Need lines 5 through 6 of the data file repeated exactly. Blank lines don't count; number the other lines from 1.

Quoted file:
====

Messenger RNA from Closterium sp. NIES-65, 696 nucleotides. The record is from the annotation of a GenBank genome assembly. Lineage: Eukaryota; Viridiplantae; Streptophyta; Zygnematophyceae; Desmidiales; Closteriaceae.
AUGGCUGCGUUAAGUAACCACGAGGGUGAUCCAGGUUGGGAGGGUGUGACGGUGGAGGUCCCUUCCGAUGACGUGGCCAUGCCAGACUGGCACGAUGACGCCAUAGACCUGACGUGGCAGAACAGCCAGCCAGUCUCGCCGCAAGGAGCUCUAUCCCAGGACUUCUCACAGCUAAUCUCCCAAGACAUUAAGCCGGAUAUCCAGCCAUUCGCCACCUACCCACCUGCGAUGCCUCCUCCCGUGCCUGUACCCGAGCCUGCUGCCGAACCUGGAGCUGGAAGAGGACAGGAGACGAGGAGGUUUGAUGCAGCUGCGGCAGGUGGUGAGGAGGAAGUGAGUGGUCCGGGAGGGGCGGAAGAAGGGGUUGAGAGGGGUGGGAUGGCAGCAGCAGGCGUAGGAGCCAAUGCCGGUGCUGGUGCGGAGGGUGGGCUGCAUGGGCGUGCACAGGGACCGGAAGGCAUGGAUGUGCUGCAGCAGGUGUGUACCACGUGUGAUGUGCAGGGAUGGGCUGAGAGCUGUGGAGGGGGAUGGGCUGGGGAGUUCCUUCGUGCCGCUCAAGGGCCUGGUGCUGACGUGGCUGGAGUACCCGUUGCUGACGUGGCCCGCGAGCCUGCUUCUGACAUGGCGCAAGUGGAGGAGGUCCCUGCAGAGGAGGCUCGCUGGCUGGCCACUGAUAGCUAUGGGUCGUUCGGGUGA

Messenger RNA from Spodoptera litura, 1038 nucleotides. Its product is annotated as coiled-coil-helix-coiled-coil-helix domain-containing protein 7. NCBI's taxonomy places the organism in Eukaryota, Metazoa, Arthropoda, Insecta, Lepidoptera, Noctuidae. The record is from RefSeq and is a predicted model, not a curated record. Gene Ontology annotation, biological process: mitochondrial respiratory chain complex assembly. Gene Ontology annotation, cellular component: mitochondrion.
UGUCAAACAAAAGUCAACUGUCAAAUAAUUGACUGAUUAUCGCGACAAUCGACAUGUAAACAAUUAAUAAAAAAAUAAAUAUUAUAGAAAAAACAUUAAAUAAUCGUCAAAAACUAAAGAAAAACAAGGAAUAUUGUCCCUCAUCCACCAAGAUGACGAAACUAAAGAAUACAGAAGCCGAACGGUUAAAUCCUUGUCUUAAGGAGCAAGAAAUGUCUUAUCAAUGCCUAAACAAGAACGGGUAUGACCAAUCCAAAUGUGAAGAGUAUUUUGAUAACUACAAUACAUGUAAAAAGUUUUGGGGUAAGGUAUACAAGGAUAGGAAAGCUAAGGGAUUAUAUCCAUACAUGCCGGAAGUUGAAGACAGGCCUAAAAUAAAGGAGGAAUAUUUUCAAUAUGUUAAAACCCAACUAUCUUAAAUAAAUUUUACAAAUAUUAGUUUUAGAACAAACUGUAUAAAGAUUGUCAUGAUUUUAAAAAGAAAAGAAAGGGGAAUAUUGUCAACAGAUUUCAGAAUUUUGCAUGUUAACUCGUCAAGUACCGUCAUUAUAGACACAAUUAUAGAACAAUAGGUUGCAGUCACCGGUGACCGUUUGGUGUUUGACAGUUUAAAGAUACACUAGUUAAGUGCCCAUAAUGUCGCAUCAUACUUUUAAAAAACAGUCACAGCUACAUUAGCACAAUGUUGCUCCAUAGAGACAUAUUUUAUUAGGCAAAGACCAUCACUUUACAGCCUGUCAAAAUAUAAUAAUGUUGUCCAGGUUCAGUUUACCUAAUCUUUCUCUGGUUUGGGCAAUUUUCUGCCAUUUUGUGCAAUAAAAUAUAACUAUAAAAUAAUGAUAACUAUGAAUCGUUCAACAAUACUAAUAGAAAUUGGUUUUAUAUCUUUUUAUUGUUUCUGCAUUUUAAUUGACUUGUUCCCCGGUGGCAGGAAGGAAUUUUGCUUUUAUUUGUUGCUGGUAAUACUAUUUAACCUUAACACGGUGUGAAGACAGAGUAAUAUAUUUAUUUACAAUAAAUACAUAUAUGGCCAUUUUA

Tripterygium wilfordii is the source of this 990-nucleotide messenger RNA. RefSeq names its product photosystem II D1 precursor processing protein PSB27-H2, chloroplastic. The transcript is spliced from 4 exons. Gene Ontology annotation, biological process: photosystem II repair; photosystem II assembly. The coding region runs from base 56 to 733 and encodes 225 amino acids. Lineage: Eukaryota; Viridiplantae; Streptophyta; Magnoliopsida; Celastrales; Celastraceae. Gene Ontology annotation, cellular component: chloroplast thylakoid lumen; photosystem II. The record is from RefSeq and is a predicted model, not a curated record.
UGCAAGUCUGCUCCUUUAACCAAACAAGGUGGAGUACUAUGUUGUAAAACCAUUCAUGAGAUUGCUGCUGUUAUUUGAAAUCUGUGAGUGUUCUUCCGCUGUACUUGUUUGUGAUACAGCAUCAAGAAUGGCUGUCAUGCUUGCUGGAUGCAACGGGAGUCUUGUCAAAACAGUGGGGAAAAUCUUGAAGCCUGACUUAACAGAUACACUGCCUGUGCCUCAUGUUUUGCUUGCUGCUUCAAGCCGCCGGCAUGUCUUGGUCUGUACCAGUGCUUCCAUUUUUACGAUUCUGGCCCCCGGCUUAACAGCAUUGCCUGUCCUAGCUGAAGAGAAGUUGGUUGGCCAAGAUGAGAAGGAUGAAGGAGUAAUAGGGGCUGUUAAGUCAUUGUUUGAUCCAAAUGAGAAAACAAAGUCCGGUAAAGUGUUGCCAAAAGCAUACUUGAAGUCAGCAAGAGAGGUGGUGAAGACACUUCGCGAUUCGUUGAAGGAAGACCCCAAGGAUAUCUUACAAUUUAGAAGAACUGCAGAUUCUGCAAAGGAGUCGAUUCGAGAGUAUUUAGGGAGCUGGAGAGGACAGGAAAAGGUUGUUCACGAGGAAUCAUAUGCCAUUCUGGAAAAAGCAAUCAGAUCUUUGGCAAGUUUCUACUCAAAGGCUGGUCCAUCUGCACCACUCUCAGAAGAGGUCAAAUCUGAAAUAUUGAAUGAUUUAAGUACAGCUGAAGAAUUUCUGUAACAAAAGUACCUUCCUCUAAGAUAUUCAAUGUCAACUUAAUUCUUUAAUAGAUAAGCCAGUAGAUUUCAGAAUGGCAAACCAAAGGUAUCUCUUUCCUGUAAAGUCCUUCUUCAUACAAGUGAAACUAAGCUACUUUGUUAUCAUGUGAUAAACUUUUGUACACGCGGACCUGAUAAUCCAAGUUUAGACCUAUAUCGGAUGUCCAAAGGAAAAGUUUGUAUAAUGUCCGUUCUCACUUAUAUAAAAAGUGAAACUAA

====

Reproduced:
Tripterygium wilfordii is the source of this 990-nucleotide messenger RNA. RefSeq names its product photosystem II D1 precursor processing protein PSB27-H2, chloroplastic. The transcript is spliced from 4 exons. Gene Ontology annotation, biological process: photosystem II repair; photosystem II assembly. The coding region runs from base 56 to 733 and encodes 225 amino acids. Lineage: Eukaryota; Viridiplantae; Streptophyta; Magnoliopsida; Celastrales; Celastraceae. Gene Ontology annotation, cellular component: chloroplast thylakoid lumen; photosystem II. The record is from RefSeq and is a predicted model, not a curated record.
UGCAAGUCUGCUCCUUUAACCAAACAAGGUGGAGUACUAUGUUGUAAAACCAUUCAUGAGAUUGCUGCUGUUAUUUGAAAUCUGUGAGUGUUCUUCCGCUGUACUUGUUUGUGAUACAGCAUCAAGAAUGGCUGUCAUGCUUGCUGGAUGCAACGGGAGUCUUGUCAAAACAGUGGGGAAAAUCUUGAAGCCUGACUUAACAGAUACACUGCCUGUGCCUCAUGUUUUGCUUGCUGCUUCAAGCCGCCGGCAUGUCUUGGUCUGUACCAGUGCUUCCAUUUUUACGAUUCUGGCCCCCGGCUUAACAGCAUUGCCUGUCCUAGCUGAAGAGAAGUUGGUUGGCCAAGAUGAGAAGGAUGAAGGAGUAAUAGGGGCUGUUAAGUCAUUGUUUGAUCCAAAUGAGAAAACAAAGUCCGGUAAAGUGUUGCCAAAAGCAUACUUGAAGUCAGCAAGAGAGGUGGUGAAGACACUUCGCGAUUCGUUGAAGGAAGACCCCAAGGAUAUCUUACAAUUUAGAAGAACUGCAGAUUCUGCAAAGGAGUCGAUUCGAGAGUAUUUAGGGAGCUGGAGAGGACAGGAAAAGGUUGUUCACGAGGAAUCAUAUGCCAUUCUGGAAAAAGCAAUCAGAUCUUUGGCAAGUUUCUACUCAAAGGCUGGUCCAUCUGCACCACUCUCAGAAGAGGUCAAAUCUGAAAUAUUGAAUGAUUUAAGUACAGCUGAAGAAUUUCUGUAACAAAAGUACCUUCCUCUAAGAUAUUCAAUGUCAACUUAAUUCUUUAAUAGAUAAGCCAGUAGAUUUCAGAAUGGCAAACCAAAGGUAUCUCUUUCCUGUAAAGUCCUUCUUCAUACAAGUGAAACUAAGCUACUUUGUUAUCAUGUGAUAAACUUUUGUACACGCGGACCUGAUAAUCCAAGUUUAGACCUAUAUCGGAUGUCCAAAGGAAAAGUUUGUAUAAUGUCCGUUCUCACUUAUAUAAAAAGUGAAACUAA